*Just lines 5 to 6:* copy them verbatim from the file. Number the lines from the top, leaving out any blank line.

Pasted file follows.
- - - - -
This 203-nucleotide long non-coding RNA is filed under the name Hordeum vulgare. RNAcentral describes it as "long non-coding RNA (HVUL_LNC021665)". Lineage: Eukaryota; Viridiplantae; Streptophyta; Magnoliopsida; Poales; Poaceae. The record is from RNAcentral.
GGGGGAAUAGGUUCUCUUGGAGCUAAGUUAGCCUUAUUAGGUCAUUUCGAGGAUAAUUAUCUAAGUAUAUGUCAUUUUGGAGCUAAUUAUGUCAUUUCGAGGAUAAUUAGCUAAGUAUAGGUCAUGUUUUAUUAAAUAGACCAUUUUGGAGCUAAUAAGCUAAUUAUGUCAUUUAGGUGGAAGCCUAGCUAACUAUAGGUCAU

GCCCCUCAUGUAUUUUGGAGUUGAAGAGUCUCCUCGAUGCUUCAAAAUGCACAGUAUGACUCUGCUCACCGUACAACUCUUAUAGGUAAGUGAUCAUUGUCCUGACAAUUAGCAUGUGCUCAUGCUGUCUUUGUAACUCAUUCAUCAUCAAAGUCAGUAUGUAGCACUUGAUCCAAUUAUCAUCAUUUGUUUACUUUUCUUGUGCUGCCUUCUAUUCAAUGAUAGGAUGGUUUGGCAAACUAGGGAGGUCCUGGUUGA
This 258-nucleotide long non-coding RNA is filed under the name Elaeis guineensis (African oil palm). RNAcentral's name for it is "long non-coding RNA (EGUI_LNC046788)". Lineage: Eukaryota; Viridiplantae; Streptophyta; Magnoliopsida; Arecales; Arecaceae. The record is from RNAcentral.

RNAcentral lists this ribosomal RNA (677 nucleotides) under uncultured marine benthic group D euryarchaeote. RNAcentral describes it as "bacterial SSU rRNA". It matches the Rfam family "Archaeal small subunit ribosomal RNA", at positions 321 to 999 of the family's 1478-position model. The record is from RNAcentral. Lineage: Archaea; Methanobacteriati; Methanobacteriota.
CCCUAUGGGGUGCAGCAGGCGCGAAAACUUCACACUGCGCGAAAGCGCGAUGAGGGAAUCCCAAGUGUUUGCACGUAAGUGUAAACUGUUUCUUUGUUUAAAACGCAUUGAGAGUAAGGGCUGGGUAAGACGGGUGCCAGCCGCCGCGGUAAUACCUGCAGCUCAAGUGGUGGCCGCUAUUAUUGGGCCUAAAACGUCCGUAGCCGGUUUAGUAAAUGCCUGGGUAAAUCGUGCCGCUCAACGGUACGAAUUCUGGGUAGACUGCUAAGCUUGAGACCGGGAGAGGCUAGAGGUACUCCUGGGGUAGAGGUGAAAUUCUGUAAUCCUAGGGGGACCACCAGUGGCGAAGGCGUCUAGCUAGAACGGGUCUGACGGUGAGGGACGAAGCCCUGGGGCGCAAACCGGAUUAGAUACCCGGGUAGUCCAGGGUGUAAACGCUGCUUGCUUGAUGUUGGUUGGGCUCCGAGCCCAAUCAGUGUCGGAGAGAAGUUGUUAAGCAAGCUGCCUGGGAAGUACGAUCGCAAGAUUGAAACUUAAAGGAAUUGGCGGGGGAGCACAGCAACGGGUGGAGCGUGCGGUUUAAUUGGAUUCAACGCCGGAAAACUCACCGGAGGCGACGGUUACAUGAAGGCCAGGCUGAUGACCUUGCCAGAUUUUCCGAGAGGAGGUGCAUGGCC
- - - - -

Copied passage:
RNAcentral lists this ribosomal RNA (677 nucleotides) under uncultured marine benthic group D euryarchaeote. RNAcentral describes it as "bacterial SSU rRNA". It matches the Rfam family "Archaeal small subunit ribosomal RNA", at positions 321 to 999 of the family's 1478-position model. The record is from RNAcentral. Lineage: Archaea; Methanobacteriati; Methanobacteriota.
CCCUAUGGGGUGCAGCAGGCGCGAAAACUUCACACUGCGCGAAAGCGCGAUGAGGGAAUCCCAAGUGUUUGCACGUAAGUGUAAACUGUUUCUUUGUUUAAAACGCAUUGAGAGUAAGGGCUGGGUAAGACGGGUGCCAGCCGCCGCGGUAAUACCUGCAGCUCAAGUGGUGGCCGCUAUUAUUGGGCCUAAAACGUCCGUAGCCGGUUUAGUAAAUGCCUGGGUAAAUCGUGCCGCUCAACGGUACGAAUUCUGGGUAGACUGCUAAGCUUGAGACCGGGAGAGGCUAGAGGUACUCCUGGGGUAGAGGUGAAAUUCUGUAAUCCUAGGGGGACCACCAGUGGCGAAGGCGUCUAGCUAGAACGGGUCUGACGGUGAGGGACGAAGCCCUGGGGCGCAAACCGGAUUAGAUACCCGGGUAGUCCAGGGUGUAAACGCUGCUUGCUUGAUGUUGGUUGGGCUCCGAGCCCAAUCAGUGUCGGAGAGAAGUUGUUAAGCAAGCUGCCUGGGAAGUACGAUCGCAAGAUUGAAACUUAAAGGAAUUGGCGGGGGAGCACAGCAACGGGUGGAGCGUGCGGUUUAAUUGGAUUCAACGCCGGAAAACUCACCGGAGGCGACGGUUACAUGAAGGCCAGGCUGAUGACCUUGCCAGAUUUUCCGAGAGGAGGUGCAUGGCC